Conservatives 2015: Experts welcome infrastructure commission

Chancellor George Osborne's announcement that a new National Infrastructure Commission (NIC) will be created to advise the government on key projects has received a largely warm welcome from planning experts.

Infrastructure: new commission launched yesterday to speed delivery
Infrastructure: new commission launched yesterday to speed delivery

The NIC, launched yesterday, will be chaired by former Labour transport secretary Lord Adonis.

Angus Walker, partner at law firm Bircham Dyson Bell and chair of the National Infrastructure Planning Association, welcomed the announcement that the NIC would deliver a long-term infrastructure plan early in each parliament, saying that the government's existing annual national infrastructure plans fail to identify the infrastructure "that the government would like to see but which isn't already coming".

Walker added the government may have been prompted to change the system by a lack of applications coming through the current process. "Once they are made, the system works well, but something seems to stop them being made," he said.

Robbie Owen, head of infrastructure planning and government affairs at law firm Pinsent Masons, pointed out that the NIC has been charged with planning for some types of infrastructure not covered by the current nationally significant infrastructure project system regime, such as flood defences and digital and broadband systems. He said the creation of the NIC is likely to improve what is currently a rather "haphazard" system.

Jeremy Blackburn, head of UK policy at the Royal Institution of Chartered Surveyors (RICS), said that a "cross-party consensus on infrastructure needs, spanning more than one parliamentary term, is vital to progress and reflects our view on the need to take the politics out of infrastructure decisions as much as is practically possible."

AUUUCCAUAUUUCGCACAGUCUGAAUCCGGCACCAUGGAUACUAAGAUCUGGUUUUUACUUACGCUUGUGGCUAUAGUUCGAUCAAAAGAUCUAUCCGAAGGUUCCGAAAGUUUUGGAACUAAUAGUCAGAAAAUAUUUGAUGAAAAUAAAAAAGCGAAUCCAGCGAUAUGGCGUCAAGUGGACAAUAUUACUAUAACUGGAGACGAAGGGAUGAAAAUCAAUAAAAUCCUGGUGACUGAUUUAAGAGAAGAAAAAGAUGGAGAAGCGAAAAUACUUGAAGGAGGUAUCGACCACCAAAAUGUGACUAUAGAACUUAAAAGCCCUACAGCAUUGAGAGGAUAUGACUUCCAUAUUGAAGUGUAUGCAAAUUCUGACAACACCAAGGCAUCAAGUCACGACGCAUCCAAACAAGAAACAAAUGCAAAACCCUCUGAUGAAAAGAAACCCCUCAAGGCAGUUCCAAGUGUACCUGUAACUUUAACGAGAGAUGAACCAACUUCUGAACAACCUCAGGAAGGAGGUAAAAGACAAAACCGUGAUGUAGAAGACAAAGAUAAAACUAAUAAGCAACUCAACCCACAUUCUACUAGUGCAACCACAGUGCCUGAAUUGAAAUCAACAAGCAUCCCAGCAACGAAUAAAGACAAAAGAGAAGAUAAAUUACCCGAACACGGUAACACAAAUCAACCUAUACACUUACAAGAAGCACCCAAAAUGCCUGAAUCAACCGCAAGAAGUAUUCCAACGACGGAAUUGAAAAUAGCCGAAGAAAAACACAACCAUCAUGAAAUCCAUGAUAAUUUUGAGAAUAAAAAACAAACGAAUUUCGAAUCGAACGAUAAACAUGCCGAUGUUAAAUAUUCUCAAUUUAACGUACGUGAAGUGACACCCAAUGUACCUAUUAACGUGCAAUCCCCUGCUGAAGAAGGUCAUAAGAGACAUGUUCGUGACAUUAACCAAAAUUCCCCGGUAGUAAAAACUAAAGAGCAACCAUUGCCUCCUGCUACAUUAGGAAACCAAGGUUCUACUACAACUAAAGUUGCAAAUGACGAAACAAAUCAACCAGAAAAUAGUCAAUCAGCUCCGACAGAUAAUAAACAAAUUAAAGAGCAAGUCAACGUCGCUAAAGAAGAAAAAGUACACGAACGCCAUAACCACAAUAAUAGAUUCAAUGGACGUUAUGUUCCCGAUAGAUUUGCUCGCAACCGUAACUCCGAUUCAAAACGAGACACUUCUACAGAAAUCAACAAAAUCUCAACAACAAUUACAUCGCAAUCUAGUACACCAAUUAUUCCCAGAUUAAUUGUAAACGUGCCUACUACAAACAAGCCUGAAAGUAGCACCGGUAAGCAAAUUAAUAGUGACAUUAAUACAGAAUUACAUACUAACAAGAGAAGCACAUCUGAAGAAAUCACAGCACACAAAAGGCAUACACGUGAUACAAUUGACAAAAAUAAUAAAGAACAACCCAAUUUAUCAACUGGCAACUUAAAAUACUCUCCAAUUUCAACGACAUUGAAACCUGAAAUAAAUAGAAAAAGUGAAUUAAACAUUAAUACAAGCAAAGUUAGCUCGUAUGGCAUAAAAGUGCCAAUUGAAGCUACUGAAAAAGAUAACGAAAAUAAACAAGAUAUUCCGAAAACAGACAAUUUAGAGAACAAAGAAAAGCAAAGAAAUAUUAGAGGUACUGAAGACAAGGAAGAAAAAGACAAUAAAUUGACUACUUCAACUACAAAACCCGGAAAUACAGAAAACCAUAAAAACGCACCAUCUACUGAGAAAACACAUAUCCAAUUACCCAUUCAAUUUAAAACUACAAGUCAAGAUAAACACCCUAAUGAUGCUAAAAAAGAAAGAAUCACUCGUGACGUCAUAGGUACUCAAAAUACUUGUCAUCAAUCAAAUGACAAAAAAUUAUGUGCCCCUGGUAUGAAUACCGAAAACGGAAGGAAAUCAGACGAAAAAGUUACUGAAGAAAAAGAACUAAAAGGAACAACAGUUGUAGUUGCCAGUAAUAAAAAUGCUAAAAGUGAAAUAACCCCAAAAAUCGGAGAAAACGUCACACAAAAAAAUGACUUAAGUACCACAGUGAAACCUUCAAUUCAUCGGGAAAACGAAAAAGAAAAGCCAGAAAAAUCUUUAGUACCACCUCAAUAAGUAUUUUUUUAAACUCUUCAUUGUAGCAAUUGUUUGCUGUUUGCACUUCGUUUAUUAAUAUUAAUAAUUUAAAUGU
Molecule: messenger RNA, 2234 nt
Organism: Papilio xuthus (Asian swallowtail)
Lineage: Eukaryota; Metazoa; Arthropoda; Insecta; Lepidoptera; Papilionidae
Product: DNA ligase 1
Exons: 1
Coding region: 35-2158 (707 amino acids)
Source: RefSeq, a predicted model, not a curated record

Mark Sitch, senior partner at planning and design consultancy Barton Willmore, praised Lord Adonis for his "impressive credentials in transport infrastructure and housing". He added: "We would like to see Lord Adonis advise the government on how to improve housing supply - through reappraising green belt land, ensuring greater cooperation between local authorities where there is a large housing need and encouraging local authorities and other public landowners to free up land for housing, economic or infrastructure development."

Alister Scott, professor of environment and spatial planning at Birmingham City University, said the plan for an "unelected super-panel" to be tasked with ruling on infrastructure projects "shows a complete lack of faith in existing government guidance and legislation to build what is needed".

The NIC, Scott added, exposes "the sham of localism" and would "muddy the waters of the current duty to link planning policy with strategic planning issues and combined authority devolution". 

"In a period where many local councils are moving towards combined authorities at the government’s behest, this news completely flies in the face of any suggestion that we are heading for real devolution, with command and control planning alive and well in HM Treasury," Scott concluded.

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